COLOR HOW LOVELY YELLOW IS! IT STANDS FOR THE SUN!"
~ Vincent Van Gogh Dutch Post-Impressionist Painter, 1853-1890
Today, a painter goes to the art supply store or orders their paints online. In the comfort of his or her studio, they unscrew the paint tube and colors consistent from each tube with information concerning light fastness and intensity appear on their palettes. It’s understandable that not much thought is given to the origin of the color and it’s history. Here are a few insights into yellow.
GAMBOGE: A transparent, bright golden Yellow
Gamboge came from the Garcinia hanburyi tree that is tapped similar to a rubber tree. A large gash is made in the tree and hollowed out bamboo is placed under it. The tree bleeds the resin for a year before it is collected. The yellow paint is poisonous and acts as a powerful diuretic. Watercolor manufacturers have stopped making the paint and have come up with synthetic alternatives. Even today you can pick up a watercolor book and many artists have Gamboge listed on their palettes so it wasn’t until very recently that it was discontinued.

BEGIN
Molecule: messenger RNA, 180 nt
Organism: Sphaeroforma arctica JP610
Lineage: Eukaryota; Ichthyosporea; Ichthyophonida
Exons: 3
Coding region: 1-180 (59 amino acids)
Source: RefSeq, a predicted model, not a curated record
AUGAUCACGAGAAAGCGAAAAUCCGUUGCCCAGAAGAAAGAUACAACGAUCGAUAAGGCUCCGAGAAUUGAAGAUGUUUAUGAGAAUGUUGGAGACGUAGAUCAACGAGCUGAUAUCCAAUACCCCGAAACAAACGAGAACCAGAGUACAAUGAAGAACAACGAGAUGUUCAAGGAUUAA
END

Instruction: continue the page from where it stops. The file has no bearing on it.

SAFFRON: A brilliant but fugitive yellow
Saffron was used as a vivid dye for cloth but had many other uses in perfume, tea, food and medicine as a pain reliever. It was also believed to be an aphrodisiac that Cleopatra used in her baths. It’s was regularly faked and used as a cheap alternative to gold leaf in manuscripts.
Saffron is the most expensive spice in the world. The process of extracting the threads from the plant is done entirely by hand. It is a laborious process where the purple flowers are picked in the morning and the tiny strands removed the same day. Many attempts have been made to mechanize the process but have failed due to the fragility of the flower, hence the exorbitant price.
INDIAN YELLOW: A deep and clean luminescent yellow
I’ve read many articles indicating that Indian Yellow was produced by heating the urine of cattle fed on mango leaves. The process was banned in 1908 due to cruelty. The cows were force fed the leaves (not their natural diet) and ultimately killed them. The paint was said to have an ammonia smell to it…not something you especially want to whiff while painting. I’m not so sure this one is true but it makes for an interesting story.
The next time you’re painting, keep in mind the history of color and what it took for artists to achieve luminosity and brilliance in their paints. Consider the poisonous paint, the duplicity of a substitute yellow for gold leaf or the possibility of a cruel paint from cows.